CDC: Polio eradication within sight but efforts still needed

Oral polio vaccine in West Africa
Oral polio vaccine in West Africa

Julien Harneis / Flickr cc

Today is the global World Polio Day observance, and the Centers for Disease Control and Prevention (CDC) marked the event by hosting a teleconference on the current state of global polio eradication.

Despite polio being "on the brink" of eradication, CDC Director Tom Frieden, MD, MPH, said new cases of the disease in Nigeria illustrate the need to heighten surveillance as the public health world nears the finish line on polio.

Year winding down with few cases

Frieden opened the media event by sharing impressive numbers that illustrate how far polio eradication has come in 28 years. In 1988, the year the Global Polio Eradication Initiative (GPEI) was established, there were 350,000 cases of polio in children.

So far in 2016 there have been 27 diagnosed cases. Since the GPEI's inception, 2.5 million children have been vaccinated, eliminating a projected 15 million cases of the paralyzing disease.

"We are very close," said Frieden, "But almost is not good enough, and Nigeria is a wake-up call."

Final steps to eradication

Frieden said there were four last steps to polio eradication. First, Frieden said the CDC and the World Health Organization (WHO) need to increase surveillance and monitoring of the disease. He said the three cases in Nigeria diagnosed this summer are from the northern state of Borno, where polio had been circulating undetected for approximately 5 years.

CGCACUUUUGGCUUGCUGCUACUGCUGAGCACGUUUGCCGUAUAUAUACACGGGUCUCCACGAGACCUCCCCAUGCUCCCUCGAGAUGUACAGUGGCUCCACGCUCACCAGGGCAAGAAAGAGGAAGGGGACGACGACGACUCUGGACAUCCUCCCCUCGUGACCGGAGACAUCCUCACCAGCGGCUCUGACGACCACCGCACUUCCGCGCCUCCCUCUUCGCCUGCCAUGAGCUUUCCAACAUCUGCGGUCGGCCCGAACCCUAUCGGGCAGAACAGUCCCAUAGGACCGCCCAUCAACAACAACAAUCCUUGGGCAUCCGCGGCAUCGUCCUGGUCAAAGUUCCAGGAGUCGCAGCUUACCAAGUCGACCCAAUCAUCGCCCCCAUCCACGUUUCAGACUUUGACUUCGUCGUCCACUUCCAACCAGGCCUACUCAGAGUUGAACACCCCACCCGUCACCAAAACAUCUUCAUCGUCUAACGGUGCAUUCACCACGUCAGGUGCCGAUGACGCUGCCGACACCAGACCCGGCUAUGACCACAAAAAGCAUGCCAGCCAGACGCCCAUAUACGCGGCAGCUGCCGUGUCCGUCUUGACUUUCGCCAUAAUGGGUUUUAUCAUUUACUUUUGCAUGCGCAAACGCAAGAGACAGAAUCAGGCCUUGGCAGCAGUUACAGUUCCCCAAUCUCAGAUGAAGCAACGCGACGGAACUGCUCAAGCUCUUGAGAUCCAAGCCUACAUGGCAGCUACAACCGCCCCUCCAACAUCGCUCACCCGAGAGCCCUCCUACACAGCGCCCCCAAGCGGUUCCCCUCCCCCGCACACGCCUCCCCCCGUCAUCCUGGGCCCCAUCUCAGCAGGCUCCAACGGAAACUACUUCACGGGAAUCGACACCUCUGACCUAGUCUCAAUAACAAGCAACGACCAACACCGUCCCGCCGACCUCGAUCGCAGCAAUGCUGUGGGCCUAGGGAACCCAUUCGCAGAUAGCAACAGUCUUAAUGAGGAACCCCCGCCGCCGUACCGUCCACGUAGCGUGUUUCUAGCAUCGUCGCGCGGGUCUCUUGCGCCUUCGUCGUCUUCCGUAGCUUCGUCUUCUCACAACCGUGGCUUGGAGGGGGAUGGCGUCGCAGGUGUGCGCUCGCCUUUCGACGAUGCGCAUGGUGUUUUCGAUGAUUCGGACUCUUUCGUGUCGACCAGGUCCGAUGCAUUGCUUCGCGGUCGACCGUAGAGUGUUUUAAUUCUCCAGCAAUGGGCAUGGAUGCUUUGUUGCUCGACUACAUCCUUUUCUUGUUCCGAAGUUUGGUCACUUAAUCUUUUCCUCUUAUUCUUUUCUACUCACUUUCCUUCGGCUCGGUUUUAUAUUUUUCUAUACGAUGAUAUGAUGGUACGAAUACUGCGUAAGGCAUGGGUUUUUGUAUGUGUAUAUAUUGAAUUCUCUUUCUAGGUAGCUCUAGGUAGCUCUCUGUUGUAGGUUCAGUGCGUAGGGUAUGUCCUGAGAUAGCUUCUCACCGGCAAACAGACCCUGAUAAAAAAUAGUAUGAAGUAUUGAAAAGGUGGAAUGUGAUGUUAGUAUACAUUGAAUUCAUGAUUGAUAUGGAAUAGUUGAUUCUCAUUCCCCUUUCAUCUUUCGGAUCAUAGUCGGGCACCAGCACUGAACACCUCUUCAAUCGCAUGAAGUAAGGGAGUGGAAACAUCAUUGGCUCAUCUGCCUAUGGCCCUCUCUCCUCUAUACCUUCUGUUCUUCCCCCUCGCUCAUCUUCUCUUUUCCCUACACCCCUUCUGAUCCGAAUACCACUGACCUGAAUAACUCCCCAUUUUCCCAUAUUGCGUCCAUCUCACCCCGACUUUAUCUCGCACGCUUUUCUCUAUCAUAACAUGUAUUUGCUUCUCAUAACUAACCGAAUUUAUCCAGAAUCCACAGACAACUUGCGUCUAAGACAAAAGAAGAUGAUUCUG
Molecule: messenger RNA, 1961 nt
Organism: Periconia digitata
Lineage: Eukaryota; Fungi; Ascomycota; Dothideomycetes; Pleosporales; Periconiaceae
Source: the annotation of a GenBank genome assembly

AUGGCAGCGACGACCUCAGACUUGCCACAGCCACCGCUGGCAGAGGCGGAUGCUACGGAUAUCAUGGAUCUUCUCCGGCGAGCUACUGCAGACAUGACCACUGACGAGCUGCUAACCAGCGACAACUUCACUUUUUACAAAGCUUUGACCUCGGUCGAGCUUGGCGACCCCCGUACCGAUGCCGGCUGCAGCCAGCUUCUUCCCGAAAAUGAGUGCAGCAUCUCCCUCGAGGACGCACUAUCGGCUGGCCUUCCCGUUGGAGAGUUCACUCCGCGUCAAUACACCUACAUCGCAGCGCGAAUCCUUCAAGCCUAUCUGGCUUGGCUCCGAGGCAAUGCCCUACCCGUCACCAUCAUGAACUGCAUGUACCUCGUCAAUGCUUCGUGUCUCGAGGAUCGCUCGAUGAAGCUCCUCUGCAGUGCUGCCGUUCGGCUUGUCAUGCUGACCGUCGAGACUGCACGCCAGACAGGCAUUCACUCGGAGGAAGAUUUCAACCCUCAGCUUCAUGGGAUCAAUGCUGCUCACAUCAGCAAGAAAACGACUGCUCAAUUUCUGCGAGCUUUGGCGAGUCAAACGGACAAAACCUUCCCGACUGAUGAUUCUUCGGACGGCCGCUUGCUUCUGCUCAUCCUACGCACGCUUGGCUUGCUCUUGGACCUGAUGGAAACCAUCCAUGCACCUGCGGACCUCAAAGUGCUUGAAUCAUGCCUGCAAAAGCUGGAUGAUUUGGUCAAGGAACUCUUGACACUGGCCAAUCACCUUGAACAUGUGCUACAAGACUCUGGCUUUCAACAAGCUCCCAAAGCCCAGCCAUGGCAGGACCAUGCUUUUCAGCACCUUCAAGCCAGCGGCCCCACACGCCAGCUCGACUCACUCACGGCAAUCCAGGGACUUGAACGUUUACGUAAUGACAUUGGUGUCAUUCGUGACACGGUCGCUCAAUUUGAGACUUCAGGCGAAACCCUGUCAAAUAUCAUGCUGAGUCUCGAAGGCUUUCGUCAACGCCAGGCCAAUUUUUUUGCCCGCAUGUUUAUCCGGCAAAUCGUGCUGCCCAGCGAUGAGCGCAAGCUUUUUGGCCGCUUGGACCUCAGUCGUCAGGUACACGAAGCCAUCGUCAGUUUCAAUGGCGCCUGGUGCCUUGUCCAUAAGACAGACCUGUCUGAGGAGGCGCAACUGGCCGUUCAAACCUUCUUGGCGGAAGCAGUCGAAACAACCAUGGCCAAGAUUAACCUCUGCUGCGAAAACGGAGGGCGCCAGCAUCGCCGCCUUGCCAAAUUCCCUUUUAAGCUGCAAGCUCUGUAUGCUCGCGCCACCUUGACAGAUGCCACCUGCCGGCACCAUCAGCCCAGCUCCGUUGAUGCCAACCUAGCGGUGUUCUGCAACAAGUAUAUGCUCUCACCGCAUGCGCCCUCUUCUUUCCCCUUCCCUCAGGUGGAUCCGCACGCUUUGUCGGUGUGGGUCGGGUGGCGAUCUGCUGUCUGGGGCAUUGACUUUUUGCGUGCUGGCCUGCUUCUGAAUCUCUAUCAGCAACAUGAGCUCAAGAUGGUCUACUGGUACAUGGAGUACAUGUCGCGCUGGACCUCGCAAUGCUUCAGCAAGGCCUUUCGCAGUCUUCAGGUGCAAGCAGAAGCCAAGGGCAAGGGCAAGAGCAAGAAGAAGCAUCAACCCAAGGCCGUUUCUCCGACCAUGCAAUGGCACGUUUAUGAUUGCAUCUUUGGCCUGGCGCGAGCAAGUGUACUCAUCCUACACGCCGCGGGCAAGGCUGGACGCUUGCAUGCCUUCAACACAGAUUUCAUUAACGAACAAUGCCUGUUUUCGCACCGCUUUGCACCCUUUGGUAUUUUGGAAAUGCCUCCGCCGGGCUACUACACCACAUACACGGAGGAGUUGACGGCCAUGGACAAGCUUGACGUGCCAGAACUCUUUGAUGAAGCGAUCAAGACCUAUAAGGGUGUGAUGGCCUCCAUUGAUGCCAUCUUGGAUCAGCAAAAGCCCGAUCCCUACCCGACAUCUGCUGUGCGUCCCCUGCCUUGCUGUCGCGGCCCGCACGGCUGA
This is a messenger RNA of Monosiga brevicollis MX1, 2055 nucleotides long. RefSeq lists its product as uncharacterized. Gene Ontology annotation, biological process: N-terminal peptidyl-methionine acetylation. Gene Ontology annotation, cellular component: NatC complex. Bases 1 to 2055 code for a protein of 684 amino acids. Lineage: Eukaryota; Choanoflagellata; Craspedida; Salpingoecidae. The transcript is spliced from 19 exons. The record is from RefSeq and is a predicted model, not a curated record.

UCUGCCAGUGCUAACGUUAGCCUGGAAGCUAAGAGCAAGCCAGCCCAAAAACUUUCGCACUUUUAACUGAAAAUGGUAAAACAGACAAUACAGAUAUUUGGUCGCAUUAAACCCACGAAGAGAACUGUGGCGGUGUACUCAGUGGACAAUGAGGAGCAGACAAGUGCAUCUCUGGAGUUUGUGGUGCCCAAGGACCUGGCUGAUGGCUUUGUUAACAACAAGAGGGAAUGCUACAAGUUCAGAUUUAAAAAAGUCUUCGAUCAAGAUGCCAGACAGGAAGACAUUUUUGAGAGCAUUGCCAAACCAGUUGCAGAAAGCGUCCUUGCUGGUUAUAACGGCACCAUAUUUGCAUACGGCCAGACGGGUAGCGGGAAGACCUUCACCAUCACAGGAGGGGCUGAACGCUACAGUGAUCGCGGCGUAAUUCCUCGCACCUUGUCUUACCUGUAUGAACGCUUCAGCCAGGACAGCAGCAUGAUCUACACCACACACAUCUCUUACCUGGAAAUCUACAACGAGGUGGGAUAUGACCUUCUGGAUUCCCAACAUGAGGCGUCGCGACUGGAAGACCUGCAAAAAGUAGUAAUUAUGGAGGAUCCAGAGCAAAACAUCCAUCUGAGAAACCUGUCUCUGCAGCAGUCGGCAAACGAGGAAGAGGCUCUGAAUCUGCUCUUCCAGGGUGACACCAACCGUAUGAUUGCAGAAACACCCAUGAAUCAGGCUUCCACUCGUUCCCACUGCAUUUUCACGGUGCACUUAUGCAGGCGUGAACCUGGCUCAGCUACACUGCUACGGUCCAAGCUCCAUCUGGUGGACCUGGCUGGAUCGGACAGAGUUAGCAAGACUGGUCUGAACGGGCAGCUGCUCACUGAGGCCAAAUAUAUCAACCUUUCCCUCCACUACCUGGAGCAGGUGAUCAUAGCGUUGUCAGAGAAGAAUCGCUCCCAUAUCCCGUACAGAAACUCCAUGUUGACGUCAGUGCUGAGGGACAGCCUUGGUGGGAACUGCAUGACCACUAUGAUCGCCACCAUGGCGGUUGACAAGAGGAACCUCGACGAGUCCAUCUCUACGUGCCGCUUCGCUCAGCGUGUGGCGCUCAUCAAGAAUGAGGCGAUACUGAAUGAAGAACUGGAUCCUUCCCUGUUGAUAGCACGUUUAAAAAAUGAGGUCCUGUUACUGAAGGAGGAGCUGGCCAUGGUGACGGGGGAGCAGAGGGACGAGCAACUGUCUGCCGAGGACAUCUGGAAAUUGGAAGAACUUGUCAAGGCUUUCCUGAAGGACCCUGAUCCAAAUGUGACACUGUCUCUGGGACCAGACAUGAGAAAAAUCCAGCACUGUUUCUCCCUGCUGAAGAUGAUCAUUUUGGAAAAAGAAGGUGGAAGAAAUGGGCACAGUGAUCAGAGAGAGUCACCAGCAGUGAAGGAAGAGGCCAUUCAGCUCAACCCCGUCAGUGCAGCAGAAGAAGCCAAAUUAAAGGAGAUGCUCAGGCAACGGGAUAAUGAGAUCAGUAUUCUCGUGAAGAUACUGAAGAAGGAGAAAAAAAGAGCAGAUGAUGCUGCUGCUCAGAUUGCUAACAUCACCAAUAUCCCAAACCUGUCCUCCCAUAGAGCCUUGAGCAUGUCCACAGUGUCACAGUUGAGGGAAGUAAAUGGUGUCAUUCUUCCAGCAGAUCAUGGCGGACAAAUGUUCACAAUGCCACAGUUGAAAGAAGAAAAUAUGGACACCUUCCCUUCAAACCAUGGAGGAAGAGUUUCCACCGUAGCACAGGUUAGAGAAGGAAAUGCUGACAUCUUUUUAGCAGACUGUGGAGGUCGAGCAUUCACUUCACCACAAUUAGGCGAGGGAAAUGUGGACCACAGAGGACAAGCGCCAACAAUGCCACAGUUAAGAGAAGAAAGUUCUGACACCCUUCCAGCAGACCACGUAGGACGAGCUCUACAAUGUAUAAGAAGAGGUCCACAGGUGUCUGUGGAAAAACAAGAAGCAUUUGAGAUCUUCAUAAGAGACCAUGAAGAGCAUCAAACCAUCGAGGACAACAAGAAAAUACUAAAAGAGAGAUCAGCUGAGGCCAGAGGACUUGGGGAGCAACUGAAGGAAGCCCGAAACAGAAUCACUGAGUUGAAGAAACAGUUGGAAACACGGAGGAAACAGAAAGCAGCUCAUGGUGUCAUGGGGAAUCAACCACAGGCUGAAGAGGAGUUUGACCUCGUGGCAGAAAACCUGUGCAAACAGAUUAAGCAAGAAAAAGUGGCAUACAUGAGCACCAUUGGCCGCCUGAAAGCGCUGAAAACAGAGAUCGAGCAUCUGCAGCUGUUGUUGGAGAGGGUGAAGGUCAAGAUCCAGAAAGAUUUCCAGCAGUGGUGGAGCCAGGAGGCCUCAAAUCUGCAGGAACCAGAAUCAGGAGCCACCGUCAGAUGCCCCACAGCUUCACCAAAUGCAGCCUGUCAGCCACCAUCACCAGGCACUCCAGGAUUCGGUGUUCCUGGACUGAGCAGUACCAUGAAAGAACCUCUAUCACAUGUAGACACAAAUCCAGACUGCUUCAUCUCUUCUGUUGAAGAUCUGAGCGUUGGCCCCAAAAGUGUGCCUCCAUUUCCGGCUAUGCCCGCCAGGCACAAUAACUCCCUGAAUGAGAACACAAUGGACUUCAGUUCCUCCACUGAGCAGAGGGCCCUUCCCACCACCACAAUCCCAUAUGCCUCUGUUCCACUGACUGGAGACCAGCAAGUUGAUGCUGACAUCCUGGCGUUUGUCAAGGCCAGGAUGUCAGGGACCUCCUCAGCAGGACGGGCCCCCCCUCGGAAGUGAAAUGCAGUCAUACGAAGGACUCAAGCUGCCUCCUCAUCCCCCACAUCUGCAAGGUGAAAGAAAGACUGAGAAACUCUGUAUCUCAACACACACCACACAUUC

Along with Nigeria, polio is still endemic in Pakistan and Afghanistan. Though those countries have improved their surveillance, Frieden called on them to redouble their effort to vaccinate children in hard-to-reach regions, and to make sure that children moving back and forth between the countries' borders are vaccinated.

The last two steps include transitioning polio services and programs in endemic countries, and making sure that any remaining polio virus in laboratories is contained and destroyed properly.

"The last mile of the journey is often the hardest, it's been a long journey but we can see the end in sight," said Frieden.

Members from Rotary International said it would cost approximately $1.5 billion to complete the last leg of the eradication fight, but said that amount pales in comparison to the cost of having a circulating wild-type polio virus.

Last week the WHO announced it would consider a recommendation to begin fractional dosing of the inactivated polio vaccine (IPV) to combat a global shortage. The IPV is replacing the oral polio vaccine (OPV) which carries a small risk of vaccine-derived polio infection.

Ukraine polio-free

Today the WHO European Region offices reconfirmed the country's polio-free status, 1 year after an outbreak of circulating vaccine-derived poliovirus type 1 (cVDPV1) was detected in Ukraine.

Detection of two cVDPV1 cases last September prompted a renewed vaccination campaign in that country. The WHO said three rounds of immunization were conducted between October 2015 and February 2016, and millions of Ukrainian children under the age of 10 were reached.

Also, the Islamic Advisory Group for Polio Eradication issued a statement today, which provided religious justification for the polio vaccine and offered thanks to Allah on World Polio Day. The group has been instrumental in convincing some Muslims of the necessity for vaccination.

See also:

Oct 21 CIDRAP news story "WHO panel recommends dose-sparing strategy for IPV polio vaccine"

Oct 24 WHO Ukrainian polio update

Oct 24 Islamic Advisory Group statement

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